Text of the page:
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Does Tax Competition Tame the Leviathan?

  • Marius BRÜLHART
  • Mario JAMETTI

We study the impact of tax competition on equilibrium taxes and welfare, focusing on the jurisdictional fragmentation of federations. In a representative-agent model of fiscal federalism, fragmentation among jurisdictions with benevolent tax-setting authorities unambiguously reduces welfare. If, however, tax-setting authorities pursue revenue maximization, fragmentation, by pushing down equilibrium tax rates, may under certain conditions increase citizen welfare. We exploit the highly decentralized and heterogeneous Swiss fiscal system as a laboratory for the estimation of these effects. While for purely direct-democratic jurisdictions (which we associate with benevolent tax setting) we find that tax rates increase in fragmentation, fragmentation has a moderating effect on the tax rates of jurisdictions with some degree of delegated government. Our results thereby support the view that tax competition can be second-best welfare enhancing by constraining the scope for public-sector revenue maximization.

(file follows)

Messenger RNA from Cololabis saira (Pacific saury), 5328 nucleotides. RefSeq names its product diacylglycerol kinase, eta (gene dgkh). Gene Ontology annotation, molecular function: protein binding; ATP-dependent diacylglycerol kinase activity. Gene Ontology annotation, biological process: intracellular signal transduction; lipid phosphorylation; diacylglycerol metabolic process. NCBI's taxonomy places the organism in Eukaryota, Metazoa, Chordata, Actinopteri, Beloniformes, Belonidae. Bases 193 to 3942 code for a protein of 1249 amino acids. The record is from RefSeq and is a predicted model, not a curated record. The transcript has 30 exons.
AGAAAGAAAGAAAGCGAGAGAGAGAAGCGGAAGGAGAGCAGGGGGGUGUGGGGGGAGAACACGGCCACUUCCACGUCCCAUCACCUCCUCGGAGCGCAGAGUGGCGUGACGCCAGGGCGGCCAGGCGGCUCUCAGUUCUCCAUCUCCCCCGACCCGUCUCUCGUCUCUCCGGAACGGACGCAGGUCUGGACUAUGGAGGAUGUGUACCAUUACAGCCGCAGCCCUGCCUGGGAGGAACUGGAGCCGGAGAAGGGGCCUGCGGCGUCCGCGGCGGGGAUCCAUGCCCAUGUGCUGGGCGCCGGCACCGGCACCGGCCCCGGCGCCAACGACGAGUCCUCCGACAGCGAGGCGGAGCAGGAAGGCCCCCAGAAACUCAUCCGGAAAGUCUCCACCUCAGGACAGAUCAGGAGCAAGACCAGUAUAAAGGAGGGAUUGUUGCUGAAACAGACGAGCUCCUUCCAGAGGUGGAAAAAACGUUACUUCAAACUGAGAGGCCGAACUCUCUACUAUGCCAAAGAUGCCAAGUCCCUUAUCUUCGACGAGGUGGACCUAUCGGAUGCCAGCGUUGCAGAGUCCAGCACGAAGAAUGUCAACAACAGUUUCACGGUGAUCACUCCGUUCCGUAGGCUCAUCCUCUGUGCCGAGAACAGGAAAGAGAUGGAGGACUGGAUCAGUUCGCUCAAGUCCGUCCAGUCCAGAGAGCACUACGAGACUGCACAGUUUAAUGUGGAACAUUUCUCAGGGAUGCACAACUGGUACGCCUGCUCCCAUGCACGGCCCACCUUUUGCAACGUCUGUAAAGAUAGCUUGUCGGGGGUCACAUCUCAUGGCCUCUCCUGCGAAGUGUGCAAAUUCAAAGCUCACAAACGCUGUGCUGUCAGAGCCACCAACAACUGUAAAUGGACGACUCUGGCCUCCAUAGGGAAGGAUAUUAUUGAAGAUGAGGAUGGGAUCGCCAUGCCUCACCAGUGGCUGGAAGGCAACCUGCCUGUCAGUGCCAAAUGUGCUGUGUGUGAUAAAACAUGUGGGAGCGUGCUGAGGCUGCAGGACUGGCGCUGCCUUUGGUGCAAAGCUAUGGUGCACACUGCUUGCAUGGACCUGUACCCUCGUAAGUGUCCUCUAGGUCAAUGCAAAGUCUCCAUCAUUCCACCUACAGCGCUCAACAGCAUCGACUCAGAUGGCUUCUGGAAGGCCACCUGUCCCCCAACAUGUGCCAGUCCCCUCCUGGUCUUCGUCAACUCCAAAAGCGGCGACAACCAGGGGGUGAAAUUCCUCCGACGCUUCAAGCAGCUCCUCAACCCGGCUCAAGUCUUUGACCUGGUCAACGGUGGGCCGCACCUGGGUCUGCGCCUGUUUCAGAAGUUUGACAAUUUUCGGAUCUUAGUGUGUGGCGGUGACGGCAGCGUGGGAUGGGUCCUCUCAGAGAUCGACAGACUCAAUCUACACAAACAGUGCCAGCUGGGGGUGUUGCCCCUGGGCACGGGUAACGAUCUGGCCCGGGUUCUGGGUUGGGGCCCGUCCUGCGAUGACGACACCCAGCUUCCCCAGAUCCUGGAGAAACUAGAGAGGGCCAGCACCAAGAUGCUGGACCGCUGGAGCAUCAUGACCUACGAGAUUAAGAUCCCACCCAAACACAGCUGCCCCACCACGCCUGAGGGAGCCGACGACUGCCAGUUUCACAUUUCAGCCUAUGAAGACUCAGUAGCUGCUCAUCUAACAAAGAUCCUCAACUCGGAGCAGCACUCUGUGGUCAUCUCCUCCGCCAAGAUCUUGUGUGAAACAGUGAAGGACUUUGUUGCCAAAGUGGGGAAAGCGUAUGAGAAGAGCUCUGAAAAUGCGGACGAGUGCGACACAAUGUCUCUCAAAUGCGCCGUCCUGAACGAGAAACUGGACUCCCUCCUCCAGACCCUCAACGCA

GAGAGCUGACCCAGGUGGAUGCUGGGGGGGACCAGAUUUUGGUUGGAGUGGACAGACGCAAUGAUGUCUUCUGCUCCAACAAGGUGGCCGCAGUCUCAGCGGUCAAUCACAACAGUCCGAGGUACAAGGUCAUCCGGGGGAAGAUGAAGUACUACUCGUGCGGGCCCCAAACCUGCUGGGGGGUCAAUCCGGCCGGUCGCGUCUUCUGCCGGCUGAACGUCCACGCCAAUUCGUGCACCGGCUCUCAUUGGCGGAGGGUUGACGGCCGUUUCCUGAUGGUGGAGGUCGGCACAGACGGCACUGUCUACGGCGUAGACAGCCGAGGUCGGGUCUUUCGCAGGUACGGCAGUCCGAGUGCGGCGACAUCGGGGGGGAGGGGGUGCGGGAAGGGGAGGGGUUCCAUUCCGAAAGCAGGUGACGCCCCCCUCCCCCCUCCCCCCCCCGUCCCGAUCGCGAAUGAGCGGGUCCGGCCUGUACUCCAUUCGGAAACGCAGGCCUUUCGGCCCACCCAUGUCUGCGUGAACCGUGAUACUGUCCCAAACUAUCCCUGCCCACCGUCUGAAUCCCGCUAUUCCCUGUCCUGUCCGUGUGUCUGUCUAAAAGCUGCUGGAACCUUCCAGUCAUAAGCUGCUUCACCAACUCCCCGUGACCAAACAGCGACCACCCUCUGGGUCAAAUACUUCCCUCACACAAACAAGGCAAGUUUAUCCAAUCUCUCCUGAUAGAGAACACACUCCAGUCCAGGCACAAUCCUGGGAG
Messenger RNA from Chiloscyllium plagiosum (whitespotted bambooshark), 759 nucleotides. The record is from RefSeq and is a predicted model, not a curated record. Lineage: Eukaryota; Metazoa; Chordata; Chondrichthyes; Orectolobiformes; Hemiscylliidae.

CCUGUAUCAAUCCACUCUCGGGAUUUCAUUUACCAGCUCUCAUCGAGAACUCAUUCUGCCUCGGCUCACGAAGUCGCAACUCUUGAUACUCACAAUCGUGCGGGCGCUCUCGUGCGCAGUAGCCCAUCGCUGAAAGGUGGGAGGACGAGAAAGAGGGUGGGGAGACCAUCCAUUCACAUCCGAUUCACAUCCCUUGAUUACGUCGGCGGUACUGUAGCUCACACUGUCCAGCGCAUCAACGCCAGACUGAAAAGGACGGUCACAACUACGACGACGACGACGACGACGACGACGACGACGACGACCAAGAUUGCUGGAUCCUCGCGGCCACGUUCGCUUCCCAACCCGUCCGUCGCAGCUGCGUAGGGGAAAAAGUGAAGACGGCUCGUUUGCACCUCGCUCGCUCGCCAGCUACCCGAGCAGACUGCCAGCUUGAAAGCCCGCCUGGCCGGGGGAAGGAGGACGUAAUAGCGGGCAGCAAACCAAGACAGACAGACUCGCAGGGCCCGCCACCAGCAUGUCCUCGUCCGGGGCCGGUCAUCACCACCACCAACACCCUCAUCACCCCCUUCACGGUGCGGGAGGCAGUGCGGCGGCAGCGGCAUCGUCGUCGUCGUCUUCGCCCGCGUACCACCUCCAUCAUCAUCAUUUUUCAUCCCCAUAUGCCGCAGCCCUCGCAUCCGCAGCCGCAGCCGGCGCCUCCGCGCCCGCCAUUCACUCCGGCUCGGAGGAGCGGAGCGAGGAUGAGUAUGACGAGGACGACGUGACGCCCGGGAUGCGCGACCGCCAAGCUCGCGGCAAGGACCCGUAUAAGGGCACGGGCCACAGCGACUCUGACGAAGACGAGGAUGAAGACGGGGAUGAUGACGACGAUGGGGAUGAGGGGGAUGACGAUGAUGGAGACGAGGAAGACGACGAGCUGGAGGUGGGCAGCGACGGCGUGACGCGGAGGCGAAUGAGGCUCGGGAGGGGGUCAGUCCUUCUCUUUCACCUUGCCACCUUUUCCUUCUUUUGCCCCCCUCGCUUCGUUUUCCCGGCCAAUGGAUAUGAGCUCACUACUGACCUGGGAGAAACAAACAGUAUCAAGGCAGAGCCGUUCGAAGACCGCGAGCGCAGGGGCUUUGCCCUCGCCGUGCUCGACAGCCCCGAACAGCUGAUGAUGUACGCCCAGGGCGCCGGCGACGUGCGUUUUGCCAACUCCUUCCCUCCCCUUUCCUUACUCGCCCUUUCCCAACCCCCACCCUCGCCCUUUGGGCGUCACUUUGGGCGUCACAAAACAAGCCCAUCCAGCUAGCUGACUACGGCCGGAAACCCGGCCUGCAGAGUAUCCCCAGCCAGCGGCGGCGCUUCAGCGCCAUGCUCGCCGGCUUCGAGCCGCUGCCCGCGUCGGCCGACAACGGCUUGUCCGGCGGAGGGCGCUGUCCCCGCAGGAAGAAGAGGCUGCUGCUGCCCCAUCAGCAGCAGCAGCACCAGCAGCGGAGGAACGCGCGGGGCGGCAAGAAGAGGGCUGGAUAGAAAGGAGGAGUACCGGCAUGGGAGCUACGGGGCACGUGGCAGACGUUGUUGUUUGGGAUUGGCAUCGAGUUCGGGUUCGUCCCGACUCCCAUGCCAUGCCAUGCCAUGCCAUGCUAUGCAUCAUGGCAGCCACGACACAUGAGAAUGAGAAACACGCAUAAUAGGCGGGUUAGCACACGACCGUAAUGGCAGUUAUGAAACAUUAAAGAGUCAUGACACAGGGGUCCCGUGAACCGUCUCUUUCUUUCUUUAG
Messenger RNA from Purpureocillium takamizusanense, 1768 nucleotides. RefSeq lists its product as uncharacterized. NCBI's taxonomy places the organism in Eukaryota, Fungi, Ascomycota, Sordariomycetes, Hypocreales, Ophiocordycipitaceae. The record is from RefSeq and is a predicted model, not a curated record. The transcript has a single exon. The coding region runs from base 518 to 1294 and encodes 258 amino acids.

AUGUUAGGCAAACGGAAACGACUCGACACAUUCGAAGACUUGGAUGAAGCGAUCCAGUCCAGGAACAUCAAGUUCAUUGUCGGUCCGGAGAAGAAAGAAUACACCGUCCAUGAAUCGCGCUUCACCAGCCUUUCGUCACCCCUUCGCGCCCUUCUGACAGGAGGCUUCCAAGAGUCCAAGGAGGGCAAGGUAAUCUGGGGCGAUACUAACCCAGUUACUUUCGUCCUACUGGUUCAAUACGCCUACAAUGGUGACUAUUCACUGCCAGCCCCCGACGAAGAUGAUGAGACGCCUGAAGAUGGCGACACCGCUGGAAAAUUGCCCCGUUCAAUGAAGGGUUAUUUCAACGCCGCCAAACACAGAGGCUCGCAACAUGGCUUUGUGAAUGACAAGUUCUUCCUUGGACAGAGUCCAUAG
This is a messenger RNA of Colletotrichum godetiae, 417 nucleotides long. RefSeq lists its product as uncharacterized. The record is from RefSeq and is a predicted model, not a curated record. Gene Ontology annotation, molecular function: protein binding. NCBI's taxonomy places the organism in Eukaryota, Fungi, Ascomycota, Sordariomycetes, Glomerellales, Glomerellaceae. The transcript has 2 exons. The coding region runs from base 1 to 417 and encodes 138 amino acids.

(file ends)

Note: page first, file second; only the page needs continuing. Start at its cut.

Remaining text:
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Paper provided by Université de Lausanne, Faculté des HEC, DEEP in its series Cahiers de Recherches Economiques du Département d'Econométrie et d'Economie politique (DEEP) with number 07.09.

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Length: 37 pages
Date of creation: Sep 2007
Date of revision:
Handle: RePEc:lau:crdeep:07.09
Contact details of provider: Postal: Université de Lausanne, Faculté des HEC, DEEP, Internef, CH-1015 Lausanne
Phone: ++41 21 692.33.64
Web page: http://www.hec.unil.ch/deep/publications/cahiers/series
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